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THE LADY OF LYDLINCH
Set into the east wall in a glazed and barred recess in which there is a 14th century urn which, at one time, held the heart of the Lady of Lydlinch. She is said to have been the Lady of the Manor of West Parley, but on her marriage was compelled by her husband to live at Lydlinch near Sherborne. She said, however, that as her heart was in West Parley during her life she wished it to go there after her death. We do not know her name but we do know that she is supposed to have endowed this church with certain glebe and tithes of her lands, except that of Dudsbury, which she reserved for Lydlinch. Tradition always stated that the heart was buried under a circular stone 5ft 2inches (15.75 cms) outside the old west wall. This was carefully excavated on the 25th May 1895 and found three feet from the surface by the Revd. R.A.Chudleigh's workmen when enlarging the chancel. The urn was filled with earth, somewhat stony at the top but mostly fine below. Eight skulls and many bones were found buried round the urn and one skull had coins in the eye-sockets. In the churchyard to the south and under a beech tree you will notice a Table Tomb with its original railings. This is in memory of Ethelbert Elliott who lived at Parley Court and was churchwarden in the mid 19th century.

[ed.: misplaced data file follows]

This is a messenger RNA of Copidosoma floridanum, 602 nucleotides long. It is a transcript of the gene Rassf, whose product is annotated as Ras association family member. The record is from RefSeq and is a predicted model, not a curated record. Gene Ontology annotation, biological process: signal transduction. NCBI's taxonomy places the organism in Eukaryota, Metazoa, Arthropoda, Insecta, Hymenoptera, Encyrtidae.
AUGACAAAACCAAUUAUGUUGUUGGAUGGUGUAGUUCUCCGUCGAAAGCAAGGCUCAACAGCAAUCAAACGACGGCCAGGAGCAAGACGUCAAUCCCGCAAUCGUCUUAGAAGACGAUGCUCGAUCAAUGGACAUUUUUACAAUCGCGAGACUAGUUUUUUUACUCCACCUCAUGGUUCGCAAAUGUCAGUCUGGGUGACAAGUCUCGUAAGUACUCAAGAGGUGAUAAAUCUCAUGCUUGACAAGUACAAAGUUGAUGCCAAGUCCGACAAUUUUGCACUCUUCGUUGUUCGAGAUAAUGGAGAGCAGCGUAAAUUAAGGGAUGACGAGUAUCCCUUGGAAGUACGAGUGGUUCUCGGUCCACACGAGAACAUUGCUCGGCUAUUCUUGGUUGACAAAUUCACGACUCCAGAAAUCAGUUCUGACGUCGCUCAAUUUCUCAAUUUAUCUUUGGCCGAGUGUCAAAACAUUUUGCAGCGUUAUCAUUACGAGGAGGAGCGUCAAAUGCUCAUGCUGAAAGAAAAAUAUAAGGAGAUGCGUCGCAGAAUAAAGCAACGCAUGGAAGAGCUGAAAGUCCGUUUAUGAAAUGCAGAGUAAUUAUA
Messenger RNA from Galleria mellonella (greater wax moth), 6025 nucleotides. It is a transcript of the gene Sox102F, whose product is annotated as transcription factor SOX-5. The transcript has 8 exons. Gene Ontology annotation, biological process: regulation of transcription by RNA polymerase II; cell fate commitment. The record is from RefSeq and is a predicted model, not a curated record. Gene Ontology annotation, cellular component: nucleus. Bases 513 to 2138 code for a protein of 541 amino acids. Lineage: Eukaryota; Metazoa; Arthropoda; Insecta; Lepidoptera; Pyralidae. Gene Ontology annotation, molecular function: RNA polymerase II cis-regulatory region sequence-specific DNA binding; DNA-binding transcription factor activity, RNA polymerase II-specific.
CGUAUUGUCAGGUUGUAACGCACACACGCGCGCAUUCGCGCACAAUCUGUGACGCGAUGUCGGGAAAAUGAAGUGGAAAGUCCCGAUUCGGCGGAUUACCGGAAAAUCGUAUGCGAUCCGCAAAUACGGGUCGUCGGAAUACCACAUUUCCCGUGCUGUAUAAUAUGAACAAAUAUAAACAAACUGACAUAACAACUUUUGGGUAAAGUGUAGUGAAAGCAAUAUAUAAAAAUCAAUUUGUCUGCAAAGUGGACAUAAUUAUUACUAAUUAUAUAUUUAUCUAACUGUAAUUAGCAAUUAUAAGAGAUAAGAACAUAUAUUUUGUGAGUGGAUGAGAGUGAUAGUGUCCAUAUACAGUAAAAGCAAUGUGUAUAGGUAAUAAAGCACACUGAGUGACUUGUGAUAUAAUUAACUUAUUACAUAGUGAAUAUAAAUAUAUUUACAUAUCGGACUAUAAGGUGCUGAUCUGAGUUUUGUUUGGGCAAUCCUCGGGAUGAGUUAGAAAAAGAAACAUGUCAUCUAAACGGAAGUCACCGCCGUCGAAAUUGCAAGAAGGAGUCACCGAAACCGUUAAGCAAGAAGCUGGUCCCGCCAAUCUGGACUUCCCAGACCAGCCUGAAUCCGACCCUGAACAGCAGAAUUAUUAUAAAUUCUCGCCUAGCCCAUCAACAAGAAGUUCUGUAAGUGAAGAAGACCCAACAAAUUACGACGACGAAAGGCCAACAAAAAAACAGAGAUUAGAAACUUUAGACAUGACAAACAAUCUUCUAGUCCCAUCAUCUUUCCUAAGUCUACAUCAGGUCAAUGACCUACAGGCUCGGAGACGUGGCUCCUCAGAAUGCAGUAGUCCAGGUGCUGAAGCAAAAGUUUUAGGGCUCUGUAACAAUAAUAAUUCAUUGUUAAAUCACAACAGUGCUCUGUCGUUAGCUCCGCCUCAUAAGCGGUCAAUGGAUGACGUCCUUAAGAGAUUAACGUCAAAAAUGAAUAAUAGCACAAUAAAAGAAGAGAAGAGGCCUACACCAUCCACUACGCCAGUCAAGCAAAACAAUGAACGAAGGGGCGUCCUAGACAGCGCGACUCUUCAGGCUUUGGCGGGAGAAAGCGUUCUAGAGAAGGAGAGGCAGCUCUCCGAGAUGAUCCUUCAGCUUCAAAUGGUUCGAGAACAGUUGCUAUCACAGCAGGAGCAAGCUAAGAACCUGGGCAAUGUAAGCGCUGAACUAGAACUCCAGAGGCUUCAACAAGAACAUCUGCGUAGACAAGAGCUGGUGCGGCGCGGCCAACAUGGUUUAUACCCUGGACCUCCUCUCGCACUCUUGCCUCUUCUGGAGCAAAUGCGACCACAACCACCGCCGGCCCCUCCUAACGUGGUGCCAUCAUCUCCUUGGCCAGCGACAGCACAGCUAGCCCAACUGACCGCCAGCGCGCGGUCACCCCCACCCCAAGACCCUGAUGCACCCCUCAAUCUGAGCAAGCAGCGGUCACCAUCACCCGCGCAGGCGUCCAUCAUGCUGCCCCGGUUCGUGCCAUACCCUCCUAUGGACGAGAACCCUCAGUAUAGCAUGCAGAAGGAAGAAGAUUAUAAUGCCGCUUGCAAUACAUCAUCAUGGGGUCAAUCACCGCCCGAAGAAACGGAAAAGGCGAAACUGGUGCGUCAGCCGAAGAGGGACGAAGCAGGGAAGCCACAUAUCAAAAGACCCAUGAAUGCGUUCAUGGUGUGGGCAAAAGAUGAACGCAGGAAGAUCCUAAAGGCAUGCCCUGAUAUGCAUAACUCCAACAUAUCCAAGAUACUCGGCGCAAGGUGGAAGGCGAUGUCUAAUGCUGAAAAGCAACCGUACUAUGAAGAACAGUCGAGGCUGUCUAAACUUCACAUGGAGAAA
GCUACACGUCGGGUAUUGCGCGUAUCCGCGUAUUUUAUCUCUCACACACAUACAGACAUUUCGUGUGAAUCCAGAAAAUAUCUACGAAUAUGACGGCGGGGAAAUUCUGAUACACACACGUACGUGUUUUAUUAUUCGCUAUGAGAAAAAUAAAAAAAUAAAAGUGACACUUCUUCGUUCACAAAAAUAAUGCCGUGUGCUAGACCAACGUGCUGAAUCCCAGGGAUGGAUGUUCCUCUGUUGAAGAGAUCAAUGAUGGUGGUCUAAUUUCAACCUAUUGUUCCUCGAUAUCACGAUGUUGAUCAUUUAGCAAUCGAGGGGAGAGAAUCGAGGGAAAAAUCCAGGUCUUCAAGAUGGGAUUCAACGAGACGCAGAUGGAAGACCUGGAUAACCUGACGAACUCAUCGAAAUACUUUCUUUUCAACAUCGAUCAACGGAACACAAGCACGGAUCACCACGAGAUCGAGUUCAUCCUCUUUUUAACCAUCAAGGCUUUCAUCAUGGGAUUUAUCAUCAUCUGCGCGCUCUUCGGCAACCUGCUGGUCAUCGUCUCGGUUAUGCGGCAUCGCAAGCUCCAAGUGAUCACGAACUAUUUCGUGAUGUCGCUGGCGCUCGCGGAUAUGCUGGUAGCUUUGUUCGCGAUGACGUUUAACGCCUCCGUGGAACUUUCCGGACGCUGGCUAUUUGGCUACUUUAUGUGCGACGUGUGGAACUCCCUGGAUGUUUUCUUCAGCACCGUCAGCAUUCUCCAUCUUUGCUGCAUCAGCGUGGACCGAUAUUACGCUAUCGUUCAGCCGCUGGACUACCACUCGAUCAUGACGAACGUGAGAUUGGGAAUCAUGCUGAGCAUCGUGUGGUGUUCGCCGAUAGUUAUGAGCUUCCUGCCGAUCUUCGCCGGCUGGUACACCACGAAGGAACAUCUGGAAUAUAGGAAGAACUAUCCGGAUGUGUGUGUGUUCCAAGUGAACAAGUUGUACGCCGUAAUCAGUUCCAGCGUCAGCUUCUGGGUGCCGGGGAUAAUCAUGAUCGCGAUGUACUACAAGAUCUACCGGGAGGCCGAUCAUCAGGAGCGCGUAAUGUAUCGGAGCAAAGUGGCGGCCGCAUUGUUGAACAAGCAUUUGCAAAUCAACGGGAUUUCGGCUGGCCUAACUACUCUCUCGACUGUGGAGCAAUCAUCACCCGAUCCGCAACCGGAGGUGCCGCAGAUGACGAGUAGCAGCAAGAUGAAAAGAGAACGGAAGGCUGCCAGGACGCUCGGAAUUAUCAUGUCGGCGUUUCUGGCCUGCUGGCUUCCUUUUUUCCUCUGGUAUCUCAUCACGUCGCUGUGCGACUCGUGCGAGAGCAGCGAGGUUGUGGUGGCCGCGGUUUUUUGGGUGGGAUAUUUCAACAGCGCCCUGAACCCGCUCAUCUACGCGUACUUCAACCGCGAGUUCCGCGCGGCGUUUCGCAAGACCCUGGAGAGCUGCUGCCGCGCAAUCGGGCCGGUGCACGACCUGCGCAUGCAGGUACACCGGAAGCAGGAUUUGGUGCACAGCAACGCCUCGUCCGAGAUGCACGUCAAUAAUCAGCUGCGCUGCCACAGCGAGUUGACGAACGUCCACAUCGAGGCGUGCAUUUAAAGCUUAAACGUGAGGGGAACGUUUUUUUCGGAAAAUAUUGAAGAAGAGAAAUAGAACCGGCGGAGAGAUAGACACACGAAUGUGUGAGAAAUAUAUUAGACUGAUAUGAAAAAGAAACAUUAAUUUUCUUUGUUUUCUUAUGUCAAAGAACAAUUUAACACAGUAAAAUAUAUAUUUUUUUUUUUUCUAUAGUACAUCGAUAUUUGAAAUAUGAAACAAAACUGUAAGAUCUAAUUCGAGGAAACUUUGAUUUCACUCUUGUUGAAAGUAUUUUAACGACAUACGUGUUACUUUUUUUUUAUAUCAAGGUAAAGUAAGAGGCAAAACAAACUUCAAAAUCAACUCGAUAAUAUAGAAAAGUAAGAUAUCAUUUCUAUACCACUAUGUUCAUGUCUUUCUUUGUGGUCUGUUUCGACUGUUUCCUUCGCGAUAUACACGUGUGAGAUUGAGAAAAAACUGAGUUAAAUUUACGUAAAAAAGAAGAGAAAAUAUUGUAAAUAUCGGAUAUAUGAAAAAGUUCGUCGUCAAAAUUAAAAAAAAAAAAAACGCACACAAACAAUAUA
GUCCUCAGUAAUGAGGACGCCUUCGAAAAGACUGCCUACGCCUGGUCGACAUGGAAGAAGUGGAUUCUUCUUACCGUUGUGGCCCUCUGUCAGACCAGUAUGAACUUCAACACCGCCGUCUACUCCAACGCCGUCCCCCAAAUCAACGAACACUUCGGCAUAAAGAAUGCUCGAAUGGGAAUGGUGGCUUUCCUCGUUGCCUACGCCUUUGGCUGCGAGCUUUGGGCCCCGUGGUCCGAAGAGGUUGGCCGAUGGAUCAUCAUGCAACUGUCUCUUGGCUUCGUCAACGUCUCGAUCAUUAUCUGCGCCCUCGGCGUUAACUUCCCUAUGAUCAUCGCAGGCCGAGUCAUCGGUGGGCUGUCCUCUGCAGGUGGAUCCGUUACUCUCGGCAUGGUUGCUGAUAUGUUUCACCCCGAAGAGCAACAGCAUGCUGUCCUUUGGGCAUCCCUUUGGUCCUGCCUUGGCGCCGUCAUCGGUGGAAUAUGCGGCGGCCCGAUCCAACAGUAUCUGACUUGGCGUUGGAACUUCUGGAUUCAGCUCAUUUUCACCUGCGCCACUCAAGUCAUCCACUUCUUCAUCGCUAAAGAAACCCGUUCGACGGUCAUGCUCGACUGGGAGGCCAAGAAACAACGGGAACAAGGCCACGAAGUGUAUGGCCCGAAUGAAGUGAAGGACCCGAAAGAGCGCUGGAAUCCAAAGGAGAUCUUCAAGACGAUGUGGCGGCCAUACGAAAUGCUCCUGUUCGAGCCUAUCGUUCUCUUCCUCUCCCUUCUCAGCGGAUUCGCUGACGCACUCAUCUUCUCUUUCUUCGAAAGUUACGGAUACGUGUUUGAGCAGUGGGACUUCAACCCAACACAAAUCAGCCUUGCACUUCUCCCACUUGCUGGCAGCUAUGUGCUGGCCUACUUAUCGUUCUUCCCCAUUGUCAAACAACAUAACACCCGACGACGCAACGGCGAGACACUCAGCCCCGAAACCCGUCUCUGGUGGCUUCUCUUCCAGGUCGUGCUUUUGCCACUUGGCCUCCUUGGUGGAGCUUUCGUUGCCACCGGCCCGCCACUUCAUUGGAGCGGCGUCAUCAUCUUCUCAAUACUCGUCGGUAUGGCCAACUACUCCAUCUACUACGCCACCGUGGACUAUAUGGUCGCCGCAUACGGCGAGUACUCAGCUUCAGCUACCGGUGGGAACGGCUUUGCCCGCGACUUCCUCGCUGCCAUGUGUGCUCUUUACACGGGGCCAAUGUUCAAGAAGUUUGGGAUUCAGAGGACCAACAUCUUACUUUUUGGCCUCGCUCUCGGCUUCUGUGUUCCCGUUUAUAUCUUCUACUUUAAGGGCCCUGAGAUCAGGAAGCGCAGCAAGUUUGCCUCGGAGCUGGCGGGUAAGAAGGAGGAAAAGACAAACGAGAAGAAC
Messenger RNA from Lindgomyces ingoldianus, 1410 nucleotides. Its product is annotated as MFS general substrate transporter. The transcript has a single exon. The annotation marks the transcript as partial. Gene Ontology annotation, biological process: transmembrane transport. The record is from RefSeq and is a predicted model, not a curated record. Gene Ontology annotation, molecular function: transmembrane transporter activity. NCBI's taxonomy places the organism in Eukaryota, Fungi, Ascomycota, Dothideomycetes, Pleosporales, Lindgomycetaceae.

Turning round and looking back at the Church, notice how the lower roof tiles are of stone. Where the boiler house and chimney now are, there used to be a south door which is just discernable from inside the church. If you walk towards the chimney and just as you approach it, look at the headstones close to it. These are some of the oldest headstones with shaped tops and cherub head decoration. The oldest appears to be that of Robert Thomas who died in February 1689. Quite a number relate to the Thomes family and date from the early 18th century; the name changes to Toms in the 1730s. Standing upright against the west side of the porch is a large flat stone bearing a cross in relief. This is thought to be a medieval coffin lid.